Why the software industry got hooked on ‘outcomes’
People used to just buy software… and hardware too for that matter. Enterprise and home user customers alike would select the software application packages they wanted and install them on their network or personal machine, or machines… and then just boot them up.
This was the way it always was, right from the start of the personal computer revolution (somewhere around the tail end of the 1960s) and onwards through the millennium.
But things have now changed. Customers are no longer always happy to just buy a product and saunter off to see what they can achieve with it. Now, customers want to be able to buy some tangible notion of what that software is going to allow them to do.
Individuals and enterprises alike have started to demand the option to pay for software based on the result it will have on their personal lives or business in monetary terms, or some other major impactful (but still essentially measurable) way. This is the world of ‘outcomes’.
What are software outcomes?
In the most simple terms, software outcomes are measured by the amount of additional profit that can be achieved by using a new application, database, analytics engine, computation layer, networking fabric or some other form of (today, usually cloud-based) software service.
Looking wider, outcomes could also be the development of a new department, product or service. Basically any business or personal objective that has results.
But outcomes-based software can only go so far. We can’t expect software vendors to give us a refund if we’re not happy with the way an app works if the core functions of the software work ‘as described’ and so are legitimately completely fit for purpose, can we? Surely it’s down to the skill of the people using a piece of software that should determine whether any given job it is applied to is carried out effectively, isn’t it?
The answer is… maybe, sometimes, it depends.
In the real world, outcomes-based software pricing is limited to a carefully defined operational zone. The only place it really happens is where a customer can evidence a very repeatable and definable set of business patterns with comparatively static values. In these scenarios, software vendors can more reasonably offer outcomes-based pricing, because they know what their product is going to be applied to at the coalface.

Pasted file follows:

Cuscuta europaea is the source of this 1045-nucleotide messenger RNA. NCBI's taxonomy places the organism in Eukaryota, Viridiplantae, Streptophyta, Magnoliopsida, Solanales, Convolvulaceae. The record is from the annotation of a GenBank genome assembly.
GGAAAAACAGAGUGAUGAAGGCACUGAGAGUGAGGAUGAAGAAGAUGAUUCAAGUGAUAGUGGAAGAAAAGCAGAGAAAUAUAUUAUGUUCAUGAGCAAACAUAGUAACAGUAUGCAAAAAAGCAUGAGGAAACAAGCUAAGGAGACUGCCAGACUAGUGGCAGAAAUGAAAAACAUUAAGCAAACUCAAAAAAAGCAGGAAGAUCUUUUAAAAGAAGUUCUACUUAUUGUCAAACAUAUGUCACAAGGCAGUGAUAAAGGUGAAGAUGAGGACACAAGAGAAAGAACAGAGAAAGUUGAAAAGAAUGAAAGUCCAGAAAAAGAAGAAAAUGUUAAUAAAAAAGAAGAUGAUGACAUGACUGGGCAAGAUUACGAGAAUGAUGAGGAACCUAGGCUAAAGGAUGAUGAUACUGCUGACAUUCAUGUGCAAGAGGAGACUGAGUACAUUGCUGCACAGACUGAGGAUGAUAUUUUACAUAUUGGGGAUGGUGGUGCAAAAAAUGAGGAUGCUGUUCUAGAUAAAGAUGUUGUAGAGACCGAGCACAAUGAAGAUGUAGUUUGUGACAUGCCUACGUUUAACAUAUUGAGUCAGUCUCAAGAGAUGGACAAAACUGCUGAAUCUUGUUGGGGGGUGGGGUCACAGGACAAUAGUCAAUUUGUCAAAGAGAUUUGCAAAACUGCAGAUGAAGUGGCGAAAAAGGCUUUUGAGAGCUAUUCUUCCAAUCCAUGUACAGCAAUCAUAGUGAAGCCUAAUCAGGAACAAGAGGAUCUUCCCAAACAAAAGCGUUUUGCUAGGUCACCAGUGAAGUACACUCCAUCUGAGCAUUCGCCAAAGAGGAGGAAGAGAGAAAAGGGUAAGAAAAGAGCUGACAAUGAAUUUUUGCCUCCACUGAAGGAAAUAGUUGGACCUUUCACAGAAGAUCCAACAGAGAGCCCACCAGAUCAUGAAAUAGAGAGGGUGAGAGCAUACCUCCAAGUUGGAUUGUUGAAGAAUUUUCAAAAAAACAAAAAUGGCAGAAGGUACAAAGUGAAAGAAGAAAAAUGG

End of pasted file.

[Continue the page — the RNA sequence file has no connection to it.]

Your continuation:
In extremely predictable workload patterns, software vendors may even consider going one step further than outcomes-based pricing to offer their products and services for free but based upon a profit-sharing percentage agreement derived from the defined outcomes that the software itself is supposed to facilitate.
A post-millennial symptom?
This whole movement is having some impact upon the way software vendors are now coming to market. If software specialists aren’t directly offering outcomes-based purchasing options, then it’s for sure that they are at least using the term in their marketing materials.
The trend itself may also be a token of the current age, i.e. as consumers at every level we have become more and more used to complaining and asking for compensation if we don’t get what we want. It might be a symptom of the disposable society, i.e. we’re all used to clicking and swiping away if we’re not happy, so user choice has become paramount.
The whole pay what you think it’s worth movement has other parallels. Restaurants have played with the idea of offering diners the option to reward the cooking and serving staff with their own personal estimate of what a meal was worth. But the whole topic gets quite wooly — when does a meal deliver the right outcome? When you can eat it and you’re full… some would argue.
How far could outcomes-based economics go? What if you read this piece of industry analysis and decided that it wasn’t worth the six-minutes you’d devoted to it? Would you send me a Tweet saying that that was a portion of your life you’d never get back and what am I going to do about it?
We’ll hear more and more about software outcomes this year and this decade. It’s a trend that goes hand in hand with the notion of User Experience (UX) because we now care about the effect that everything in society has on everything else. When those things impact climate change, then it’s surely a good thing to know what outcomes we face. When its software, well, many would argue that software runs the world and so it’s just as important.
The outcome of this piece is intended to leave you thinking about how we will now track so-called ‘deliverables, touchpoints and outcomes’ in everything from enterprise software to your next cheese sandwich.
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